#4  A book.  Thomas Jefferson wanted to create a public university that was not associated with a church.  In order to fund the building of The University of Virginia, he sold his personal book collection to the Library of Congress.

#5  A Rock.  Thomas Jefferson is one of four presidents depicted on Mount Rushmore, as a memorial to his contribution to expanding the United States.

President Jefferson in a bag was pulling teeth from B.  John Adams is his favorite president (so far), so he wasn’t really interested in moving onto the next one.  Although, when he was reading about Jefferson, he would call out to me facts that he found cool or amazing.  But he dragged his feet on the bag and I had to prompt him.

The hubs and I love when he presents his items to us because we are learning new facts.  B reads books about each president on his own, so we don’t know everything he does.  Hopefully his lack of enthusiasm over this president won’t continue through the rest…

Read about our other Presidents in a Bag:

#1 George Washington
#2 John Adams
#4  James Madison
#5 James Monroe
#6 John Quincy Adams
#7 Andrew Jackson

 

President in a Bag – John Adams

Last month, I wrote a blog post about a wonderful teacher who came up with the President in a Bag idea and inspired us to implement that idea into our study of the American Presidents.  You can read about her here, in our first President in a Bag – George Washington.

Yesterday, B finally finished his second President in a Bag – John Adams.  He has had the 1st 2 items for 2 weeks but could not decide on the last 3 until yesterday.  So, here are the items that B has chosen to describe John Adams’ life:

  1. The $2 bill.  John Adams was the first vice president of the United States of America, making him the 2nd man in charge.  He was our 2nd president.  He is pictured on the back of the $2 bill in the depiction of John Trumbull’s painting “Declaration of Independence”.
  2. The peace symbol.  Although it cost him reelection, John Adams refused to go to war with France during his presidency, instead choosing peace.  He decided to do what was right instead of what was popular.  Something we discussed that was lacking in a lot of current politicians.
  3. A pen.  The colonists were quite angry about the taxes that the English king assessed upon them. Instead of participating in the violent protests, John Adams chose to write articles in the newspapers.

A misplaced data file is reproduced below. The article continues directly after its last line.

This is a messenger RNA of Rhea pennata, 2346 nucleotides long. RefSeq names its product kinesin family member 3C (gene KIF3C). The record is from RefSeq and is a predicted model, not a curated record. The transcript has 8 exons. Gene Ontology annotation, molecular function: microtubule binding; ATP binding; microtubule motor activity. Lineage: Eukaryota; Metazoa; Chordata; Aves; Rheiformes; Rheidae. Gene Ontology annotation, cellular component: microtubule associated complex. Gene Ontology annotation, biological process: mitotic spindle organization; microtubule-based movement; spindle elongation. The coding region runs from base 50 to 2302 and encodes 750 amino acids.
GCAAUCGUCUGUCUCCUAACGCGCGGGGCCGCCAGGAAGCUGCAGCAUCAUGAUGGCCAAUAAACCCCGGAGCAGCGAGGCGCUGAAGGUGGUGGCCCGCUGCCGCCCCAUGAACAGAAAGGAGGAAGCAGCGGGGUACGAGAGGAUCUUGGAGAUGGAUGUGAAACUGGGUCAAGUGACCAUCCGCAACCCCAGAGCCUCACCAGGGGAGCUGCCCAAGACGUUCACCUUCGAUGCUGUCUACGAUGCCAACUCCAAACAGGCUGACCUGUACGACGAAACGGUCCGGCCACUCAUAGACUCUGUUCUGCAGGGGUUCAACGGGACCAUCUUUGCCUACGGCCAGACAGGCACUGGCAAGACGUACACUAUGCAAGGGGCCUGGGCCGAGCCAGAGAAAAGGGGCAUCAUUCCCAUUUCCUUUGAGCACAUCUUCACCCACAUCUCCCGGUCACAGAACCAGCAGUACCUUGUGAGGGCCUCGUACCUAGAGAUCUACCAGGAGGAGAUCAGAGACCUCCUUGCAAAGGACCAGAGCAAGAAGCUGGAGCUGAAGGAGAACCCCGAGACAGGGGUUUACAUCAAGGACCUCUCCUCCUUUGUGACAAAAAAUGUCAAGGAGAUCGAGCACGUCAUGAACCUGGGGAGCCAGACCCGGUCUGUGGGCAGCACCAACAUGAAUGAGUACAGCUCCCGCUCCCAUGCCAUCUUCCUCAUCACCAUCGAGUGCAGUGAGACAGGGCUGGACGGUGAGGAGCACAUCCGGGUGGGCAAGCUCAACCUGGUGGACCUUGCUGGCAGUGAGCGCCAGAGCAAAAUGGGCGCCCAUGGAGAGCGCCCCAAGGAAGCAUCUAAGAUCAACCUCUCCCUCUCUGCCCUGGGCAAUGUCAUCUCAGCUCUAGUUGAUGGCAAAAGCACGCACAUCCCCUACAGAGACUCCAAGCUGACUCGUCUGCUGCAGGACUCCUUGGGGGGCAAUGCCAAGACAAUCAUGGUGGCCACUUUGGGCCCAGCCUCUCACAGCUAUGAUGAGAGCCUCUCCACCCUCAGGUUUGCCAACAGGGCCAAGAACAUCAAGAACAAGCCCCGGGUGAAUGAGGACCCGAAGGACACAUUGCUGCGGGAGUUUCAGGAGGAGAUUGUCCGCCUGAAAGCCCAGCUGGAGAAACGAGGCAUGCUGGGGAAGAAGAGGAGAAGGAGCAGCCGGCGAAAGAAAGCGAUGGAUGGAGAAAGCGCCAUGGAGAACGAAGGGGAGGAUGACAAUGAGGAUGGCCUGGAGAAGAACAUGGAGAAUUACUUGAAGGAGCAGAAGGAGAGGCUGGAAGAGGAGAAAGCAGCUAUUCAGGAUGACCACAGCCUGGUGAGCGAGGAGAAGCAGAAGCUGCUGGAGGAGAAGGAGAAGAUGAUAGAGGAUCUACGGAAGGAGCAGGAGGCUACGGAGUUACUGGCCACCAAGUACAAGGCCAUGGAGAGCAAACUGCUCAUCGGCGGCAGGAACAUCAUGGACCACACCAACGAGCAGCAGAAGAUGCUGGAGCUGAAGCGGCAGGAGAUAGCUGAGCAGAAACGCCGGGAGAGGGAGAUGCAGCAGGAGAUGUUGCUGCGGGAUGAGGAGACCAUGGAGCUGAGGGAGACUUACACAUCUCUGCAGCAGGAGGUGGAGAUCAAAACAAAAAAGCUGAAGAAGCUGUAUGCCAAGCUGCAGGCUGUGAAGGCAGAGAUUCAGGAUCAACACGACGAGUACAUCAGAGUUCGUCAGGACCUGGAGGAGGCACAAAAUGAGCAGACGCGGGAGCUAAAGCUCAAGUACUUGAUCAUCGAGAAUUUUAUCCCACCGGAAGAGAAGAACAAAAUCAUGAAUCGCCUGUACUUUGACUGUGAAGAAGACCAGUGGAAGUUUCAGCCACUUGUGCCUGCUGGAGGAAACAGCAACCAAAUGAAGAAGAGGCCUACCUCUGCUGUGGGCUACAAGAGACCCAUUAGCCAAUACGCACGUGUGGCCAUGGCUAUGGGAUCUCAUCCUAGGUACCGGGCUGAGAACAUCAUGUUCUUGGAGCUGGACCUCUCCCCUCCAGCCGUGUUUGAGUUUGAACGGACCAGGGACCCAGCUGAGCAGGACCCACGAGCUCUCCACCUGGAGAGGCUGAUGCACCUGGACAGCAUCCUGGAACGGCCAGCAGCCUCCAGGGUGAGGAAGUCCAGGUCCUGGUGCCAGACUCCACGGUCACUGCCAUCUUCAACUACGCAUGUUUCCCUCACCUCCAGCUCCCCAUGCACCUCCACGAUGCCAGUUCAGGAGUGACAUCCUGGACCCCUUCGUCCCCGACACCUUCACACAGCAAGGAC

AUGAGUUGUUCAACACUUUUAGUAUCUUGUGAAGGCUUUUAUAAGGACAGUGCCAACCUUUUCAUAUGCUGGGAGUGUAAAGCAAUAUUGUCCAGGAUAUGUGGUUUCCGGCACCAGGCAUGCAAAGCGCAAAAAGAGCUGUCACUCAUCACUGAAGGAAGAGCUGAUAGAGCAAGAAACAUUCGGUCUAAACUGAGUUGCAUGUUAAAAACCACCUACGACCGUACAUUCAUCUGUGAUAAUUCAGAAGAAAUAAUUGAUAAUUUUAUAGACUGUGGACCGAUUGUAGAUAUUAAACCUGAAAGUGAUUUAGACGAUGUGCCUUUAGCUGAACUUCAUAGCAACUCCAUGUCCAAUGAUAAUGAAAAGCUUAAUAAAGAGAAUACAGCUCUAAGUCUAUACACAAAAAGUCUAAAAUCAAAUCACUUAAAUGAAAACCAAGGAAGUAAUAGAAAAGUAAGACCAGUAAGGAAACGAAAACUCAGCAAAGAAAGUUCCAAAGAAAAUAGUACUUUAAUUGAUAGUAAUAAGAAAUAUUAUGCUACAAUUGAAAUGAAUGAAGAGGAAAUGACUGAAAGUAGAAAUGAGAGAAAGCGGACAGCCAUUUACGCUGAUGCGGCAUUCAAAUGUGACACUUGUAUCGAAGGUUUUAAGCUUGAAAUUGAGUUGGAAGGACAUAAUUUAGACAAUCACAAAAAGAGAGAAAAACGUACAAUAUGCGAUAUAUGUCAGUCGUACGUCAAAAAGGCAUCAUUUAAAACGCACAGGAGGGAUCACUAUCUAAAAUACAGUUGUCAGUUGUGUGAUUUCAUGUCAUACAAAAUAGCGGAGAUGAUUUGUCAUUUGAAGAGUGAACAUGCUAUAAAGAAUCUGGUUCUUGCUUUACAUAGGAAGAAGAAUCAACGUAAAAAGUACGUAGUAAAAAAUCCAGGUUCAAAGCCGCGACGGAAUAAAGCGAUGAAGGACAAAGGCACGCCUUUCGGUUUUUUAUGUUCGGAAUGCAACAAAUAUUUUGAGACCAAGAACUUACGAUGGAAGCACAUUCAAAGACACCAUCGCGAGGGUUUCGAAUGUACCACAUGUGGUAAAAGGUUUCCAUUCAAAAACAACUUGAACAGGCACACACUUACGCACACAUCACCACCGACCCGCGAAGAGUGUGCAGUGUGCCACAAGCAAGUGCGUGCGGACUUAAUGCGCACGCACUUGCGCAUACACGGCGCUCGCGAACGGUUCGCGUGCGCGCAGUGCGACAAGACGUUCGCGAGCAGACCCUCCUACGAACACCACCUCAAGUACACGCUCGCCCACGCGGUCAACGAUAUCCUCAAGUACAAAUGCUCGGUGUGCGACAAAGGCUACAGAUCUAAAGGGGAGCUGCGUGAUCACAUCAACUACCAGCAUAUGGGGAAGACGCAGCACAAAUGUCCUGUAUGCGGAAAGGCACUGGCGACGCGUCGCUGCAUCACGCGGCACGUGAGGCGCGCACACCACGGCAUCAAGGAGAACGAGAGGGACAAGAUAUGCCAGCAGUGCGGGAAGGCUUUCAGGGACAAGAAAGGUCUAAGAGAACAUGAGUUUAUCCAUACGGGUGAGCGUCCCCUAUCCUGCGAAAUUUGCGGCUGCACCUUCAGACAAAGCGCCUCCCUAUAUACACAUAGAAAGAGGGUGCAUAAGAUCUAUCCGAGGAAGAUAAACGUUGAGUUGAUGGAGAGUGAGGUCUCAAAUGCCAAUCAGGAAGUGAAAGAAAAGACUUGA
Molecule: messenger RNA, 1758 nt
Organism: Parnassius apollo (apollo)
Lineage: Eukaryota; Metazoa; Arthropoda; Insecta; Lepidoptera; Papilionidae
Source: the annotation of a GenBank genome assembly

4. A library card.  The Library of Congress was established under John Adams’ presidency.
  5. A garden trowel.  After his presidency, John Adams retired to farming, fulfilling his desire to follow in his father’s footsteps.

President in a Bag – George Washington

After reading about our first president, B chose 5 things to represent his life.

I receive The Idea Book for Educators, a free publication from A&E, History Channel, H2 and Biography.  Inside you’ll find study guides to assist us teachers with educating children through shows featured on the four sponsoring channels.  The guides include vocabulary, discussion questions, extended activities and additional resources.  My favorite section is “Creative Ideas From Our Teachers”.  Teachers write in and share ideas they’ve developed and used in their classrooms to get their students engaged in learning and have fun.  It is amazing to read their ideas!  The teachers whose ideas are published in the magazine each receive a $1,000 grant.

One of the winners in the Fall 2013 edition was Bethany Dabel of Grandview High School in Milwaukee, Wisconsin and her idea was President in a Bag: Exploring the Executive Office.  Each student was to explore the life of a former president and collect 5 objects in a bag to represented their president.  The students then made a presentation to the class, explaining the objects they chose.  Brilliant!  I love hands-on learning as well as tapping B’s creativity.

We are studying American History for the first time this year, including presidents of The United States.  When I read Ms. Dabel’s idea, I knew if would be a great addition to our lessons.  We’re starting at the beginning, and the picture, above, shows 5 of the 6 items B chose to represent George Washington.  He really insisted on adding a 6th one.  Last night, he presented his objects to the hubs and me and this is what and why he chose:

  1. B’s tricorne, the three-point hat he received during our trip the Williamsburg, Virginia earlier this year.  This hat reminds B of Emanuel Gottlieb Leutze’s oil painting Washington Crossing The Delaware.
  2. B’s toy flint-lock pistol he also received during our Williamsburg trip.  The pistol reminds B that General George Washington was the leader, the top dog, the big cheese of the Continental Army during the Revolutionary War.
  3. A tape measure reminds B how unusually tall George Washington was for his time – 6′ 2″.
  4. The one dollar bill – not only does it have George Washington’s picture on it but he was also the first president.
  5. Our front door (not shown in picture) represents the fact that George Washington was always welcoming people into his house as long as they dressed nicely.  He even went outside to find people to come in and converse.
  6. A tea bag because all hosts offer their guests refreshments, even if they are a stranger you met on the street, and George Washington had to be a proper host.
I’m so thankful to Ms. Dabel and The Idea Book for Educators for sharing her idea!